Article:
We finish our beers and go for a walk.  Stevie still has a restlessness on him, and I get the sense he is looking for something.  That is what really strikes me now, as I watch this relentless figure stride out into the blustery night."There's someone else I've seen..." he tells me, determinedly.  "I want to check him out..."

We stop in at a newsagent to buy a bottle of Lucozade.  It's about 3 a.m. now, and the shopkeeper, an Egyptian, is a little lost by Stevie's strong Glaswegian accent.  I have a quick chat with him in Arabic - just a few words I picked up while working for the British Council in Egypt - and he relaxes into a chat with both of us.  He is surprised when Stevie starts telling him about how he helps people.  The Egyptian's view is that there is no such thing as society any more, and he is fascinated by Stevie's counter-example.

As we leave the shop, Stevie tells me: “I'll be back to work on him.”

And so we find ourselves walking on the promenade above the beach and stop to look down at it.  There are nightclubs down there, thronging with life in a melee around the club doors. "Every night this week I have walked the entire length of the seafront, checking in with the homeless, making sure they're okay," he tells me.  "There's one that I've seen here, but I've never managed to get into chat with him.  He's gone every time I get near."  He nods down at the shingle, and the churning black waves.  "Down there, I have walked back along the beach every night, checking in the boats.  Sometimes the homeless sleep in them or under them, just to get away from being the cold and the rain, and from being disturbed."Suddenly, Stevie makes a beeline straight for an old iron and wood Victorian wind shelter on the promenade.  "This is him," he says as an aside before we get there.  Inside, we see a dark figure huddled on a bench.  A man with beard and glasses, and unkempt hair, ignored by the nightclubbing girls who strut by on slender legs and stilettos, or their boyfriends with their trousers trendily looking like they're about to fall down.

Stevie sits with him and strikes up a conversation, asking him if he's okay, and whether there's anything he can do - checking in with him, checking he's okay. The tramp, whose name is Alan, seems a little confused by the approach, at first - but then goes with Stevie's chatter.  Stevie is calm and respectful, checking his state, assessing whether he's a real "down and outer" or on the edge of a precipice and able to be pulled back. Alan tells us he used to be a postman, and then he lost his way.  He has not long been homeless, and there is an awareness and alertness in his eyes that according to Stevie's grading system makes him a "Grade 1" - someone who could quite easily be retrieved. But Stevie isn't going to have time to work with him tonight, and he promises to come back tomorrow and buy him a sausage supper from the chip shop across the road. He gives him the bottle of Lucozade and the cigarettes, and shakes his hand.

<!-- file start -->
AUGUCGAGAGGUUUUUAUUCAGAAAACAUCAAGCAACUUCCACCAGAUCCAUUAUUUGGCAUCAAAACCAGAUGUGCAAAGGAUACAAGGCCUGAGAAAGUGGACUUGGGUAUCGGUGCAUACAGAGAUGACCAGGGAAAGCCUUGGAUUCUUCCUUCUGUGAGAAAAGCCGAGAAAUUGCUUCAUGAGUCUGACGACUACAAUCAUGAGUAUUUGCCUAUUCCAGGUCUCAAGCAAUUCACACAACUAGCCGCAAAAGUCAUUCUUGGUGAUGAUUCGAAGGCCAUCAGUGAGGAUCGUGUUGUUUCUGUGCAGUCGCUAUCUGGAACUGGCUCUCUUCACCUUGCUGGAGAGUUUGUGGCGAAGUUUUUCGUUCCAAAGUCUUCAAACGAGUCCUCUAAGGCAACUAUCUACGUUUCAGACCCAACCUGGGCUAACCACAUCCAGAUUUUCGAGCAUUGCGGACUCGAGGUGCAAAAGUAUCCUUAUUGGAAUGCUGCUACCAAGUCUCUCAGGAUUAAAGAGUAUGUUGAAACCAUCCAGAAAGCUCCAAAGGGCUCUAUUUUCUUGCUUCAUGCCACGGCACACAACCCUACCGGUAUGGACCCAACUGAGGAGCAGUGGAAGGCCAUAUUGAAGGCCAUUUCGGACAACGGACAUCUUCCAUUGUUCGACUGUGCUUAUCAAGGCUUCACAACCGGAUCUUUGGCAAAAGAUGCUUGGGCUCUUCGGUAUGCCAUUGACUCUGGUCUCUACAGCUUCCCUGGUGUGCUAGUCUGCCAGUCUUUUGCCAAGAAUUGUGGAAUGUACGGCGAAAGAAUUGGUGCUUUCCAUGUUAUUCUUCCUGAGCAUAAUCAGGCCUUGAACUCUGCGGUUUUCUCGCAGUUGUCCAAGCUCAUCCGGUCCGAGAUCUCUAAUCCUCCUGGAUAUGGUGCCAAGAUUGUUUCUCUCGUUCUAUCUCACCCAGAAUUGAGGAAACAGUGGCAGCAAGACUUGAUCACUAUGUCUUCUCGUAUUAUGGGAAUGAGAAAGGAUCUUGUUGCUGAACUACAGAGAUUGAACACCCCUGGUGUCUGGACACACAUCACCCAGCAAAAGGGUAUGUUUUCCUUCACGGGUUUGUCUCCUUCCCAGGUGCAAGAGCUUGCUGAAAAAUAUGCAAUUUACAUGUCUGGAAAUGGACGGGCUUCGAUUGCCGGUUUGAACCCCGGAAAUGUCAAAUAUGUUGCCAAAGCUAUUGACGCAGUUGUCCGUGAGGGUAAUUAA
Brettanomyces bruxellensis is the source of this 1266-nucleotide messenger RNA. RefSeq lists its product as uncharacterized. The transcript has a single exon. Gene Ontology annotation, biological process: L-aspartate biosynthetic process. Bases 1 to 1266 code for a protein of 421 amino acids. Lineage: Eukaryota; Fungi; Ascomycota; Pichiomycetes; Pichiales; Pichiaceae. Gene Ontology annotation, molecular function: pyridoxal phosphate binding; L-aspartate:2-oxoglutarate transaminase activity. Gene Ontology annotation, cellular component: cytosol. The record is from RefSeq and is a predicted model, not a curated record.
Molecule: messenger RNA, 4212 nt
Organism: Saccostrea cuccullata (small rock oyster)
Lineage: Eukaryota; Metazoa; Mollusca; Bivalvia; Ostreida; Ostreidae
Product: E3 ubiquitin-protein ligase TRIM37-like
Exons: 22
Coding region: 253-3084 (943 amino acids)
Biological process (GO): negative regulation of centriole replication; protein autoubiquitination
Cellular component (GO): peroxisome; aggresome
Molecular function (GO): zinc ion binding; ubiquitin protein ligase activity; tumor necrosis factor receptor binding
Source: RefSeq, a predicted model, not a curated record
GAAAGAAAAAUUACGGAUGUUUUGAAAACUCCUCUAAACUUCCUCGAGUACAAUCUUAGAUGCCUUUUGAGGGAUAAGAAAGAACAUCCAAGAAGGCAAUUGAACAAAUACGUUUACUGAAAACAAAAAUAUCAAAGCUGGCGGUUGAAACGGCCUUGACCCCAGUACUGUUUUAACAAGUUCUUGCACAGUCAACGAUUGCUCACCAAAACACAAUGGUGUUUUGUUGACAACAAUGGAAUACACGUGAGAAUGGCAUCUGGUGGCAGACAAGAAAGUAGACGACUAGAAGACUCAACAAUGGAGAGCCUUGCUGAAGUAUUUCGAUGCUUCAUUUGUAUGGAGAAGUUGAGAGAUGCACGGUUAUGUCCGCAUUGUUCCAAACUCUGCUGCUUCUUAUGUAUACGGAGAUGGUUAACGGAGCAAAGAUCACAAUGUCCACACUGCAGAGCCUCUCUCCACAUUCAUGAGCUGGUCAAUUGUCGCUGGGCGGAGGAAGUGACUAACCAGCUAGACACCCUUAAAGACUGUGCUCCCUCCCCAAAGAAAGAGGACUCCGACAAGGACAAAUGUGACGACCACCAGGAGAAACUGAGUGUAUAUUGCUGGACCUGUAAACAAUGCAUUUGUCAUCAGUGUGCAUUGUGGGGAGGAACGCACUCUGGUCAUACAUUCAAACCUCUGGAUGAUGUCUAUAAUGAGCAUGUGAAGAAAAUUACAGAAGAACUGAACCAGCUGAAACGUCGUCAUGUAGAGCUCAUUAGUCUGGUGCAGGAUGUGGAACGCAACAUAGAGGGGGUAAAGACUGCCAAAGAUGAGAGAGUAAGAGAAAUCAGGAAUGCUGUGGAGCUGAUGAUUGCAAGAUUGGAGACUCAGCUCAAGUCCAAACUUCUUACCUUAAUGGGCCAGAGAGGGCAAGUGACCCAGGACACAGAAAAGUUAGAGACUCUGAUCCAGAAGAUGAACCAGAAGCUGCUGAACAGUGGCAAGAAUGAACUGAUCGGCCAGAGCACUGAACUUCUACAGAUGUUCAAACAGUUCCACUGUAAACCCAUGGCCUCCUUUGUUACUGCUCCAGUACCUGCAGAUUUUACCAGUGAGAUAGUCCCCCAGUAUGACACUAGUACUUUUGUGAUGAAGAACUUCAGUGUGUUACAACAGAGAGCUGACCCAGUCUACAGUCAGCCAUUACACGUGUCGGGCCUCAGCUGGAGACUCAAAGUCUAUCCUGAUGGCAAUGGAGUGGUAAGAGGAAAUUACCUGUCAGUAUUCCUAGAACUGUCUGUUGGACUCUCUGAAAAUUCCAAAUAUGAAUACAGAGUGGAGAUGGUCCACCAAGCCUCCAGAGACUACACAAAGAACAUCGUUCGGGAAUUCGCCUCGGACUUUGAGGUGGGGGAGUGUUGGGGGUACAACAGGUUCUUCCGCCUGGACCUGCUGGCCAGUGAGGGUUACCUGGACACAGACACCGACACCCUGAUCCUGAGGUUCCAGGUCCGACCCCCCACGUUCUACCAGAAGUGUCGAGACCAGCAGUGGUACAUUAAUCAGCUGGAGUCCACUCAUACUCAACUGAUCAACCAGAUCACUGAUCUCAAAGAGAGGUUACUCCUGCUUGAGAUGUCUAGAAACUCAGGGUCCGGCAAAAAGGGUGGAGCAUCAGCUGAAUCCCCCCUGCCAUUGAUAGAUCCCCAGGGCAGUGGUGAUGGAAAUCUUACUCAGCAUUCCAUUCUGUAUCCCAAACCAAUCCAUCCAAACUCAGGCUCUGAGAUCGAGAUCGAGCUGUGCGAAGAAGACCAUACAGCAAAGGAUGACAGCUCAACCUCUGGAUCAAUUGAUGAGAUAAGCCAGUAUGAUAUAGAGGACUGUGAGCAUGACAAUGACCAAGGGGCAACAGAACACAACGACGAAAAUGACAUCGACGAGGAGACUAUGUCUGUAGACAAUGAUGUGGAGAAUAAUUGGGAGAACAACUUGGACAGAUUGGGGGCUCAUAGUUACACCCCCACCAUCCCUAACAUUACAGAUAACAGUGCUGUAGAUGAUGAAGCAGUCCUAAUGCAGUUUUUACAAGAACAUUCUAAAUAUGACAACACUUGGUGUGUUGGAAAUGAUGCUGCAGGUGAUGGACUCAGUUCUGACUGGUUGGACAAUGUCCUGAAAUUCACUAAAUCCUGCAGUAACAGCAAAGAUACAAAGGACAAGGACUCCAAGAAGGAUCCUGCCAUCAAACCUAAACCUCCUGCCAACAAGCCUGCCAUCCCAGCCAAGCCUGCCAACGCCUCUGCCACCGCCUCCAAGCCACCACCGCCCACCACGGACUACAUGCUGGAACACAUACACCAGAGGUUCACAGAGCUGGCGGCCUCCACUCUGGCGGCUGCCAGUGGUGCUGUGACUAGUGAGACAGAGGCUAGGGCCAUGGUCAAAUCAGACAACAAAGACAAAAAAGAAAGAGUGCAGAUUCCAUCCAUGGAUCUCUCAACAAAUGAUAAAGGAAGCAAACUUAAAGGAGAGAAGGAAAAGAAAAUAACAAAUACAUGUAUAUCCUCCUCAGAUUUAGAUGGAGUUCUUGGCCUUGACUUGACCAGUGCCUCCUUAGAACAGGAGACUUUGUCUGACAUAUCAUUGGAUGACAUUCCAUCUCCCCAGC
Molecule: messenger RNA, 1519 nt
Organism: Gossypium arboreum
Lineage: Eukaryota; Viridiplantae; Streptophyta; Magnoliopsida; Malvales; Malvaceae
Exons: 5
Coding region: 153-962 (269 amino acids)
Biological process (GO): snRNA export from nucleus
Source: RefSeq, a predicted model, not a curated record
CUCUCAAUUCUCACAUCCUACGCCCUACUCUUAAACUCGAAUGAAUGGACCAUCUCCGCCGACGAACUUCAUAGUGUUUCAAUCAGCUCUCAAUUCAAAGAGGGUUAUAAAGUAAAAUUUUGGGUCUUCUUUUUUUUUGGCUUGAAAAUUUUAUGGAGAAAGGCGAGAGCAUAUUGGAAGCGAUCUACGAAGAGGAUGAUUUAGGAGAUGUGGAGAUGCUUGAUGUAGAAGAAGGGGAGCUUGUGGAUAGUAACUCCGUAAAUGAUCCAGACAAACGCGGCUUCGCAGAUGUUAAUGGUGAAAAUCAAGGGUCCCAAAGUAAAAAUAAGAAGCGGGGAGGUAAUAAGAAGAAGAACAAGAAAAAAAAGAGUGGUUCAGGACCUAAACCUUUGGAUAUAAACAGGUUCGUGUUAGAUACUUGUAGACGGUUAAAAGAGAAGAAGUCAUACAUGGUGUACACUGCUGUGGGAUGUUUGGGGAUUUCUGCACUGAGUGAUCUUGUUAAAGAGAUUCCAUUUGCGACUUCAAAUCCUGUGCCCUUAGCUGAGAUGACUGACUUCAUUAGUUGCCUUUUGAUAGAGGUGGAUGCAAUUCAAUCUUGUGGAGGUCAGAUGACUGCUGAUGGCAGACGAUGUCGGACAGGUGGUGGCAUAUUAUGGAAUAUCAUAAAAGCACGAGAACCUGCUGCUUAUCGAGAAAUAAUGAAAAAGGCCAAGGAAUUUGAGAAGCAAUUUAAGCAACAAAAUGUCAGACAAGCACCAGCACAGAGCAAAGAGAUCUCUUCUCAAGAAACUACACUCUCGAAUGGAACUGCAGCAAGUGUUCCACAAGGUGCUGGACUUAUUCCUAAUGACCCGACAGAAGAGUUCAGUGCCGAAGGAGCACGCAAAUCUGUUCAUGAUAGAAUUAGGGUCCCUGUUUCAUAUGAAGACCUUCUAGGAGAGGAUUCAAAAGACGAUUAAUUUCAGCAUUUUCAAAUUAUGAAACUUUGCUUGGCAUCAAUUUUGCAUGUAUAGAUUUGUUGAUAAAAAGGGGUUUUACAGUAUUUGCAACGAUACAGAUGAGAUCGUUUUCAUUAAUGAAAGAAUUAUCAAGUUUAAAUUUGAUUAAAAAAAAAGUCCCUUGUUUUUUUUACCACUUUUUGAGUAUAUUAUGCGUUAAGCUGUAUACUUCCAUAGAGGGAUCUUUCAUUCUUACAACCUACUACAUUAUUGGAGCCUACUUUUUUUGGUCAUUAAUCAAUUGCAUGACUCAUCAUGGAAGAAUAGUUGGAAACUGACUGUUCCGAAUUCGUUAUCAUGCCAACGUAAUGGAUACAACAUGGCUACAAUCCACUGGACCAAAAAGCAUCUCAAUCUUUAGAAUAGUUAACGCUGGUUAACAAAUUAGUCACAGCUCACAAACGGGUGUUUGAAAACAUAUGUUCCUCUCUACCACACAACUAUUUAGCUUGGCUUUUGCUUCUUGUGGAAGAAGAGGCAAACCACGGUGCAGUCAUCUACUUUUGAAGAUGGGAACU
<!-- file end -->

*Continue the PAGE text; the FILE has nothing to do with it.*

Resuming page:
Now we wander down on to the front, all the time Stevie eyeing the crowds of young people, seeing if one of them strikes a chord with him - just immersing himself in the press of humanity - as if to be among them is enough for him to feel some sense of mission. "I'm always like this when I'm away from home, and away from the family," he tells me.  "When my wife isn't with me, I don't sleep so much.  I suppose it sort of pushes me out to just talk with people - the lost, and the homeless.  People I can be kind to.  It's like a compensation for not having my family with me..."

As we walk along the front we hear a loud shout.  It's Wilf, the barman from the beginning of the evening, yelling "Stevie!"  He walks over and is keen to to introduce his girlfriend to Stevie.  It is quite striking: Stevie had only had a three minute chat with Wilf earlier that evening, but it's as if they are lifelong friends.

After we say goodbye to Wilf, we walk on a while longer, and eventually find ourselves moving through The Lanes.  The night is getting older now and the bars are all shutting.  Even the late-nighters are empty and we see a tired barmaid sagged over the bar inside, taking a quiet moment to replenish herself.  In the alternately picturesque, narrow, old and grimy streets of Brighton, the people have started to thin out.  A few tired party-goers stumble home, and the streets fold themselves into shadow and blackness, where occasionally a drunk girl sits eating chips, or a bouncer stands at a door, looking aggressive.  At the latter, Stevie casts a disapproving eye: "Look at that attitude.  Look at that aggressive stance.  I used to be a doorman, and I would never, ever have behaved like that," he says.  "You don't have to act tough to be tough.  You act like that and you will get in trouble. I was the happiest doorman around, and that's why we didn't get so many problems where I worked, right in the heart of Glasgow.”